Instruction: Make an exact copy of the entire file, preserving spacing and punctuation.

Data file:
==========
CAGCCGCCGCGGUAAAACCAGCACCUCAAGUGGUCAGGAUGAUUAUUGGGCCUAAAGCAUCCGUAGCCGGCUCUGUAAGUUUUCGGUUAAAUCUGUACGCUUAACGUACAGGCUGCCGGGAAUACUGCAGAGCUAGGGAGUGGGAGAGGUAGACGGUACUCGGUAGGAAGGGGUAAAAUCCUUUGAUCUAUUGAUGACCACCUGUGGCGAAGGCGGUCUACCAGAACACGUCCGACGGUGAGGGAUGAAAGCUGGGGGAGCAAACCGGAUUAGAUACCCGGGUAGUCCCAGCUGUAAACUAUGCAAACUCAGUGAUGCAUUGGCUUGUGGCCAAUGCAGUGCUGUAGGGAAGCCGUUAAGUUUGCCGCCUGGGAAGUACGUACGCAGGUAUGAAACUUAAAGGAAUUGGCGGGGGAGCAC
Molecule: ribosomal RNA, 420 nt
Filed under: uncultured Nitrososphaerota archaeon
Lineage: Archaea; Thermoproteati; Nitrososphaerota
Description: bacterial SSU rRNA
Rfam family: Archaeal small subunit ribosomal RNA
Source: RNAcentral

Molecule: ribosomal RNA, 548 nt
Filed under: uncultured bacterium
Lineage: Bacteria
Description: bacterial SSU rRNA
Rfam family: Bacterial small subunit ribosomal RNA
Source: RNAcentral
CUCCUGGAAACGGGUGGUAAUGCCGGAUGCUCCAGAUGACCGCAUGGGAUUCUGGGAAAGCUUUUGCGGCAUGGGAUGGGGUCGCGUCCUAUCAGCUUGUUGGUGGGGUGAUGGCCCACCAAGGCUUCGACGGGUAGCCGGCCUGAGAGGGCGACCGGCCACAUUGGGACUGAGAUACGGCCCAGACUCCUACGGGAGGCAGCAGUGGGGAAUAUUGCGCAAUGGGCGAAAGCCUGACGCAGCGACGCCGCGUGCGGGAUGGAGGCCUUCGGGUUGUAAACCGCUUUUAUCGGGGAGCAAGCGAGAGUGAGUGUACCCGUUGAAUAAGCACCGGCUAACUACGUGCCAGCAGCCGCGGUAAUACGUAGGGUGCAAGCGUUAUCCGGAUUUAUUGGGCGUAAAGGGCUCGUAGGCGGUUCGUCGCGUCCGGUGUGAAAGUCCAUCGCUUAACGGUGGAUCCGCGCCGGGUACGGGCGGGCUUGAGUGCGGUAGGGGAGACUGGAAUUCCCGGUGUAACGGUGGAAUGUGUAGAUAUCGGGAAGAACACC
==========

CAGCCGCCGCGGUAAAACCAGCACCUCAAGUGGUCAGGAUGAUUAUUGGGCCUAAAGCAUCCGUAGCCGGCUCUGUAAGUUUUCGGUUAAAUCUGUACGCUUAACGUACAGGCUGCCGGGAAUACUGCAGAGCUAGGGAGUGGGAGAGGUAGACGGUACUCGGUAGGAAGGGGUAAAAUCCUUUGAUCUAUUGAUGACCACCUGUGGCGAAGGCGGUCUACCAGAACACGUCCGACGGUGAGGGAUGAAAGCUGGGGGAGCAAACCGGAUUAGAUACCCGGGUAGUCCCAGCUGUAAACUAUGCAAACUCAGUGAUGCAUUGGCUUGUGGCCAAUGCAGUGCUGUAGGGAAGCCGUUAAGUUUGCCGCCUGGGAAGUACGUACGCAGGUAUGAAACUUAAAGGAAUUGGCGGGGGAGCAC
Molecule: ribosomal RNA, 420 nt
Filed under: uncultured Nitrososphaerota archaeon
Lineage: Archaea; Thermoproteati; Nitrososphaerota
Description: bacterial SSU rRNA
Rfam family: Archaeal small subunit ribosomal RNA
Source: RNAcentral

Molecule: ribosomal RNA, 548 nt
Filed under: uncultured bacterium
Lineage: Bacteria
Description: bacterial SSU rRNA
Rfam family: Bacterial small subunit ribosomal RNA
Source: RNAcentral
CUCCUGGAAACGGGUGGUAAUGCCGGAUGCUCCAGAUGACCGCAUGGGAUUCUGGGAAAGCUUUUGCGGCAUGGGAUGGGGUCGCGUCCUAUCAGCUUGUUGGUGGGGUGAUGGCCCACCAAGGCUUCGACGGGUAGCCGGCCUGAGAGGGCGACCGGCCACAUUGGGACUGAGAUACGGCCCAGACUCCUACGGGAGGCAGCAGUGGGGAAUAUUGCGCAAUGGGCGAAAGCCUGACGCAGCGACGCCGCGUGCGGGAUGGAGGCCUUCGGGUUGUAAACCGCUUUUAUCGGGGAGCAAGCGAGAGUGAGUGUACCCGUUGAAUAAGCACCGGCUAACUACGUGCCAGCAGCCGCGGUAAUACGUAGGGUGCAAGCGUUAUCCGGAUUUAUUGGGCGUAAAGGGCUCGUAGGCGGUUCGUCGCGUCCGGUGUGAAAGUCCAUCGCUUAACGGUGGAUCCGCGCCGGGUACGGGCGGGCUUGAGUGCGGUAGGGGAGACUGGAAUUCCCGGUGUAACGGUGGAAUGUGUAGAUAUCGGGAAGAACACC